The trouble with buying for a cause
Red was supposed to help both business and charity. But does it?
ANNE KINGSTON | Mar 26, 2007 |
When Bono unveiled the global brand Red at the World Economic Forum at Davos in January 2006, it was heralded as a bold new model in cause-related marketing, a win-win-win scenario destined for case study in the Harvard Business Review: launch partners the Gap, Apple, Motorola, Giorgio Armani, Converse and American Express would donate a percentage of profits to the Geneva-based Global Fund to Fight AIDS, Tuberculosis and Malaria; shoppers could snap up stylish Red iPod nanos, Red MOTORAZR V3 phones, Red mud-cloth Converse sneakers and Red Gap Empowe(red)T-shirts, buoyed by the knowledge they were fighting AIDS in Africa; the Global Fund would receive publicity and funds from a new donor base without spending a penny. Bono framed Red as a "commercial imperative" that would create a "sustainable" income stream for the fund. "Philanthropy is like hippie music, holding hands," the U2 frontman said. "Red is more like punk rock, hip hop; this should feel like hard commerce."
A soft launch in March was followed by a splashy, celebrity-riddled rollout in October. Oprah championed Red, Chris Rock proclaimed "Use Red, nobody's dead" for Motorola, Steven Spielberg donned a Red Gap leather jacket, his first-ever commercial endorsement. Now, a mere five months later, Red is mired in censure amid speculation that its partner companies are bleeding its signature colour, while doing comparatively little for charity. "Bono & Co. spend up to $100 mil on marketing" blazed a headline in last week's Advertising Age above a story that claimed the companies associated with Red had forked out a fortune to market the brand while the Global Fund received just US$18 million. This week, the magazine ran a rebuttal by Bobby Shriver, Red's CEO and driving force, claiming the brand had netted US$25 million on total profits in excess of US$60 million, five times the amount the Global Fund had received from the private sector since its inception in 2001. He said the US$100 million marketing figure is "wrong, by more than 50 per cent," and noted Red generated traffic for its vendors as well as awareness of AIDS in Africa. In an editor's note, Advertising Age said it stood by its story.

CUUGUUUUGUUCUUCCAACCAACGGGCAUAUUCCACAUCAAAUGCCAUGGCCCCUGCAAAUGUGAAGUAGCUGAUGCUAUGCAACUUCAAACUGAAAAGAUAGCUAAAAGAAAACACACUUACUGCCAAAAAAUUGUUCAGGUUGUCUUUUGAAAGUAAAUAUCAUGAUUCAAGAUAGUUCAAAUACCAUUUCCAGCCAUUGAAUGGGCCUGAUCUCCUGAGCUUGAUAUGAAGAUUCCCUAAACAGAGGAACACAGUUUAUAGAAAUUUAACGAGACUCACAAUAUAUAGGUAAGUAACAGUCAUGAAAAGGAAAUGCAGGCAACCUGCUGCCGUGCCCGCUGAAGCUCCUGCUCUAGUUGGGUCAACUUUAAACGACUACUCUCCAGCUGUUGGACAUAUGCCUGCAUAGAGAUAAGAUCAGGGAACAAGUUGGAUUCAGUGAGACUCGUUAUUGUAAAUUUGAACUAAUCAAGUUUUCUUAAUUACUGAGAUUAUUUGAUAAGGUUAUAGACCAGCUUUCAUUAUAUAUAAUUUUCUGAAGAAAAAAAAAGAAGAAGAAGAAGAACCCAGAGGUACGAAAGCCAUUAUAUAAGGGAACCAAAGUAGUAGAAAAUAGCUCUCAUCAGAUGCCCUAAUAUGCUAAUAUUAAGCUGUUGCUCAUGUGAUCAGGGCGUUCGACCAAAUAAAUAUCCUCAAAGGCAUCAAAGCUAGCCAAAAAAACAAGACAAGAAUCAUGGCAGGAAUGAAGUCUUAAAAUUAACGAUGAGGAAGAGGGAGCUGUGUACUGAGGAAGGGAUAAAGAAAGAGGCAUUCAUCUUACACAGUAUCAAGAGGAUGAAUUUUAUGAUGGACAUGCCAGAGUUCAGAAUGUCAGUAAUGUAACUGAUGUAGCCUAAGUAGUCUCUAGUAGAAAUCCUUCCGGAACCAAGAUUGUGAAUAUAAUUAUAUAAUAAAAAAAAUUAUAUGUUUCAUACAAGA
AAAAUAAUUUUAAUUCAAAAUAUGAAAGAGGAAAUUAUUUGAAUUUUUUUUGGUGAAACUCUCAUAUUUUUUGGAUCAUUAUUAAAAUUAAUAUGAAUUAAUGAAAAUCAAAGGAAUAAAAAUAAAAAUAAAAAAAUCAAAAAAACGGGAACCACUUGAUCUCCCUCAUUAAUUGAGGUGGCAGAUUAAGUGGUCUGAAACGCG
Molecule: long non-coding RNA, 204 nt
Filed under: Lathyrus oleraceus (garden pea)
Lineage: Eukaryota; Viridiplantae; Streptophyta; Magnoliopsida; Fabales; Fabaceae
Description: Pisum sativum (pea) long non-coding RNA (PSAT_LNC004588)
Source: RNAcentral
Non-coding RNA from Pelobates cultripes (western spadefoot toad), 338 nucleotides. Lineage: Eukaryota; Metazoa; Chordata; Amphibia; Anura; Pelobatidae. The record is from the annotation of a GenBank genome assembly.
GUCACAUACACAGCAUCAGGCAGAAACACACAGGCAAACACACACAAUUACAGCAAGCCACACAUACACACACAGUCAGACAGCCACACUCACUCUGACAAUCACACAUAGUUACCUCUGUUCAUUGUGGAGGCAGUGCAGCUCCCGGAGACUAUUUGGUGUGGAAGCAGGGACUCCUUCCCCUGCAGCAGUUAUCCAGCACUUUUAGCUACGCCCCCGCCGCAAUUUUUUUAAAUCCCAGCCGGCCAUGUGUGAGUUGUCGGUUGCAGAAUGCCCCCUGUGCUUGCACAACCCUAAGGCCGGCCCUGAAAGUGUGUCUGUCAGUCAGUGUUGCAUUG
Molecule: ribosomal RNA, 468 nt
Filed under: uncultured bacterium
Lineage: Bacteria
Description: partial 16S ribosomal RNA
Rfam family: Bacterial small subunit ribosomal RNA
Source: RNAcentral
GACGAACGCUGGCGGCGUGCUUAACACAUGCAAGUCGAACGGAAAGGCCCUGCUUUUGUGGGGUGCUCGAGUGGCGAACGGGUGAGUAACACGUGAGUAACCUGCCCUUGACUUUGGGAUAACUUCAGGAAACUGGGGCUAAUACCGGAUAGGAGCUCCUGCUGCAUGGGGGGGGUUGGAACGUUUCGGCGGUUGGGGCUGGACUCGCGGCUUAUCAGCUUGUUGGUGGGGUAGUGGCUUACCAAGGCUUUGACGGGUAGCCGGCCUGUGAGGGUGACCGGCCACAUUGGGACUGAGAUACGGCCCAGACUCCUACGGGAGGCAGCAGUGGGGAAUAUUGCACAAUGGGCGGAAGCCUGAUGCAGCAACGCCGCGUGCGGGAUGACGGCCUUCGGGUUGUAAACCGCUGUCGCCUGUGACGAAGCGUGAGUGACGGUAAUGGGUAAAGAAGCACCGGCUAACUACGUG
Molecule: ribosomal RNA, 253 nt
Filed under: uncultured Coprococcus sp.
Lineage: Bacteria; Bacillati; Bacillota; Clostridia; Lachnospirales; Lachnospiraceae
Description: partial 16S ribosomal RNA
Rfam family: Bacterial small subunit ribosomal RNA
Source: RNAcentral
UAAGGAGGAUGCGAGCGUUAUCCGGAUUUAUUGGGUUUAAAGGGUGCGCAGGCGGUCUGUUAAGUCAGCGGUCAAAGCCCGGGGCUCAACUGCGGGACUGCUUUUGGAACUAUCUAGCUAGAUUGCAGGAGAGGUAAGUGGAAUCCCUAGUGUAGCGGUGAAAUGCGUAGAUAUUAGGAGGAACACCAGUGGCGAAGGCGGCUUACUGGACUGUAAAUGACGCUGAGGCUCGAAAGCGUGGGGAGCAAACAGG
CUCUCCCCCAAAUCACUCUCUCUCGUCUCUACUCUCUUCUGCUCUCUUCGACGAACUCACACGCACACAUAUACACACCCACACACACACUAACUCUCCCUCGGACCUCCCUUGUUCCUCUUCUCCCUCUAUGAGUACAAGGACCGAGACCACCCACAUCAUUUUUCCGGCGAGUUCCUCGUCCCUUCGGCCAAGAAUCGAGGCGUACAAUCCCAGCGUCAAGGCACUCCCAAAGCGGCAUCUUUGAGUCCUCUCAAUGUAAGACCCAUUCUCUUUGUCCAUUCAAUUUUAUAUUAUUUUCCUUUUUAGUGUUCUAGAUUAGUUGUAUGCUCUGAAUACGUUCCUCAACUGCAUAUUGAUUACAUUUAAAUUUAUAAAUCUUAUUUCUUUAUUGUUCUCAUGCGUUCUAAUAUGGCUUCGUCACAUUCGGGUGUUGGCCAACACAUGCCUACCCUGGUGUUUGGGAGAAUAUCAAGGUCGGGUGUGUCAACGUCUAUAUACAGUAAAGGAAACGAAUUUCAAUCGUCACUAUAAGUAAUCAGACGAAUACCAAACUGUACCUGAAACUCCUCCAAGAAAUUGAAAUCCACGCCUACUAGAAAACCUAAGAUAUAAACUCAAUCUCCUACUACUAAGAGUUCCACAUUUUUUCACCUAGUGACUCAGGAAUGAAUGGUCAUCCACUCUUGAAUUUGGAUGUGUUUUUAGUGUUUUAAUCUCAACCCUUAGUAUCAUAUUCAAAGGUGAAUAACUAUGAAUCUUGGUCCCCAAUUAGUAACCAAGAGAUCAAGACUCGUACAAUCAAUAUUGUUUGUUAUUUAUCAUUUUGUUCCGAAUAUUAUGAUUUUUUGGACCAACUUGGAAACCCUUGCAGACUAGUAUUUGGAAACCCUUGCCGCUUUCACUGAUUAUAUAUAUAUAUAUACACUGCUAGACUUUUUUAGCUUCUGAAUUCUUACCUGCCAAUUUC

The dust-up highlights the vagaries surrounding ever-ubiquitous cause-related marketing. Shopping for a better world is built in to the consumer ethic: buying a pink KitchenAid mixer promises a cure for breast cancer; a bottle of Starbucks' Ethos water will deliver clean water to "children of the world," Ben & Jerry's new flavour "Stephen Colbert Americone Dream" donates more vaguely to "various charities." Samantha King, a Queen's University professor and author of Pink Ribbons, Inc.: Breast Cancer and the Politics of Philanthropy, a critical look at the commercialization of breast cancer, says that within the non-profit sector a marketing outlay of $3 for every $1 brought in is the norm. Raising money isn't always the primary objective of cause-marketing, says Jocelyn Daw, vice-president of marketing and social engagement at Imagine Canada, and author of Cause Marketing for Non-profits. "It can be an effective way to partner with a company, piggyback on their marketing and benefit from their brand and their reach to a range of consumers," she says. King's concern is that those consumers can fall prey to an I-gave-at-the-Gap passivity that reduces charity to the cause du jour. Whatever happened to the rain forest? As a cause, it has been upstaged by AIDS in Africa which, too, is destined to meet with consumer ennui. King also notes corporations' need to sell product dictates that the messages surrounding the cause tend to be pretty safe:"They want to comfort rather than get people thinking."